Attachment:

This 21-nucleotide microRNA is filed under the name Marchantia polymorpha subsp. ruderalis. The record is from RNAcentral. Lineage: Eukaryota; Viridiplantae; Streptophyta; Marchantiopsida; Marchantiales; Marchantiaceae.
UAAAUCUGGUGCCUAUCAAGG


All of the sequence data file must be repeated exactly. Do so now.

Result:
This 21-nucleotide microRNA is filed under the name Marchantia polymorpha subsp. ruderalis. The record is from RNAcentral. Lineage: Eukaryota; Viridiplantae; Streptophyta; Marchantiopsida; Marchantiales; Marchantiaceae.
UAAAUCUGGUGCCUAUCAAGG